Latin from the books of the Laws of England, which taken along with the context, means, that of all whales captured by anybody on the coast of that land, the King, as Honorary Grand Harpooneer, must have the head, and the Queen be respectfully presented with the tail. A division which, in the whale, is much like halving an apple; there is no intermediate remainder.

12 inches by 7 inches
acrylic paint, collage and ink on construction paper
September 24, 2010

MOBY-DICK, Page 385

Title: What all men's minds and opinions but Loose-Fish?

8.25 inches by 12 inches
ink and watercolor on watercolor paper
September 24, 2010

Thursday, September 23, 2010

MOBY-DICK, Page 384

Title: ...though the gentleman had originally harpooned the lady, and had once had her fast, and only by reason of the great stress of her plunging viciousness, had as last abandoned her; yet abandon her he did, so that she became a loose-fish...

8 inches by 11 inches
collage on wallpaper sample and chipboard
September 23, 2010

Wednesday, September 22, 2010

MOBY-DICK, Page 383

Title: I. A Fast-Fish belongs to the party fast to it.

II. A Loose-Fish is fair game for anybody who can soonest catch it.

8.5 inches by 7 inches
acrylic paint, collage and ink on found paper
September 21, 2010

Tuesday, September 21, 2010

MOBY-DICK, Page 382

Title: Thus the most vexatious and violent disputes would often arise between the fishermen...

9.25 inches by 6 inches
collage and ink on found paper
September 20, 2010

Monday, September 20, 2010

MOBY-DICK, Page 381

Title: Almost universally, a lone whale - as a solitary Leviathan is called - proves an ancient one.

8.5 inches by 7 inches
acrylic paint, colored pencil and ink on Bristol board
September 19, 2010

MOBY-DICK, Page 380

Title: ...he leaves his anonymous babies all over the world; every baby an exotic.

7.75 inches by 10.75 inches
ink and marker on found paper
September 18, 2010

Hanging by a thread...

Well, the computer seems to experience the most problems, and makes the most noise, when it is trying to access parts of the drive, or other programs. Going online doesn't seem to present big problems, but opening Fireworks (the program I use to take the scanned images of art, crop them, color correct them, and convert them to JPGs for posting online) really seems to push it to its limit.

Fortunately, today we found a remarkably inexpensive and quite powerful laptop, so things should be okay eventually. The only real complication now is finding another good program to edit my scanned art. I've grown very comfortable with, and fond of, Fireworks but to buy that program now would cost me over $300. That's more than half the sticker price of the laptop, and money I just don't have. I'm investigating some alternatives, but I definitely need something that's more robust than the free photo editing software that comes with most computers. For example, I need some fairly subtle ways to adjust the brightness and contrast, and I need the use of a clone stamp too. We'll see what I come up with.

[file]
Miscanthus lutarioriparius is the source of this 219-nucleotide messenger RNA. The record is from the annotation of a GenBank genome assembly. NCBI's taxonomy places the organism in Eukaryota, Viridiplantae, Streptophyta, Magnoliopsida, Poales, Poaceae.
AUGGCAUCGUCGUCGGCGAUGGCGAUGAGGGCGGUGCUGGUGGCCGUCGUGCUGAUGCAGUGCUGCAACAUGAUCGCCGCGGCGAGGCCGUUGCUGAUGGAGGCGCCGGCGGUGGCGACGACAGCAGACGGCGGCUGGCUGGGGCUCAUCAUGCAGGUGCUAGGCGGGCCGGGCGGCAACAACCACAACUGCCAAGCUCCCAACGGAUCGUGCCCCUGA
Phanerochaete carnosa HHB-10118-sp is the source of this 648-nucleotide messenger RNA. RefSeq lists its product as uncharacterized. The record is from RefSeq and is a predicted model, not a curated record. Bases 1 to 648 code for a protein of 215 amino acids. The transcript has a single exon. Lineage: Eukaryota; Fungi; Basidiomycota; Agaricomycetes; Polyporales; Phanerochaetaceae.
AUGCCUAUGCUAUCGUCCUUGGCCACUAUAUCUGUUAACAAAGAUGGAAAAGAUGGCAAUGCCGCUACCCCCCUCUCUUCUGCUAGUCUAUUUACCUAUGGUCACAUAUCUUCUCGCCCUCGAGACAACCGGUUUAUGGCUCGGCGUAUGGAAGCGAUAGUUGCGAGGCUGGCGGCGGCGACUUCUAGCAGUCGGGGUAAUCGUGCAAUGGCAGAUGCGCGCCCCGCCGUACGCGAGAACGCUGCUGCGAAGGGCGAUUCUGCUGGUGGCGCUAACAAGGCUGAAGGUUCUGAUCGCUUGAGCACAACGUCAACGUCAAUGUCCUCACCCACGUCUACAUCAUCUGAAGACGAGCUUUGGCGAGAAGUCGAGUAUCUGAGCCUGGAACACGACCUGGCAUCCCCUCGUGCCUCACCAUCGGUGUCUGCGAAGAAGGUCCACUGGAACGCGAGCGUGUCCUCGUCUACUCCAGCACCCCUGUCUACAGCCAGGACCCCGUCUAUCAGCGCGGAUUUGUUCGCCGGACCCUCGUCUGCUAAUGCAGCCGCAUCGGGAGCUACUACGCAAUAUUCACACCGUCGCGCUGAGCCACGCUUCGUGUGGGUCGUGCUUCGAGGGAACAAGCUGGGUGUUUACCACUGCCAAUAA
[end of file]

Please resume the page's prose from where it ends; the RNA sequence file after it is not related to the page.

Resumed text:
In the meantime, for now, the old PC and the old scanner seem to be clinging to life, so I was able to get the most recent two pieces scanned and posted. You'll see them both today.

Sunday, September 19, 2010

Massive hard drive failure!

Yesterday afternoon, my computer, which had been running a little slow anyway, started making a rather ominous clicking and skipping sound deep in its guts. The problem, almost definitely, is that the hard drive is hanging by a thread and ready to fail at any time.

The good news is that I have everything - well, almost everything - backed up on discs. When I get a new computer, I may have to re-scan a few of the most recent pieces, but beyond that I can simply load back in all the TIFFs and JPGs since those are on disc.

The bad news is this takes time out of the weekend since I will probably have to shop for a new laptop, printer / scanner (the one I have now is reliable but ancient and almost surely will not talk to a new PC) and might delay posting of new art for a day or so while I figure out the details of scanning, editing the images, and so on. I'll be able to post blog entries, just not images, for just a day or three. But I will still be making art and as soon as things are up and running you'll see a big blast of art to get me caught up.

This is frustrating because we have been having minor and major computer problems all year. Honestly this thing is kind of a piece of junk and we will never buy from this awful company again. Ugh.

Wish me luck in the laptop hunt!

Saturday, September 18, 2010

MOBY-DICK, Page 379

Title: In cavalier attendance upon the school of females, you invariably see a male of full grown magnitude, but not old; who, upon any alarm, evinces his gallantry by falling in the rear and covering the flight of his ladies. In truth, this gentleman is a luxurious Ottoman, swimming about over the watery world...

7.75 inches by 10.75 inches
acrylic paint and ink on found paper
September 17, 2010

Friday, September 17, 2010

A visit to my studio...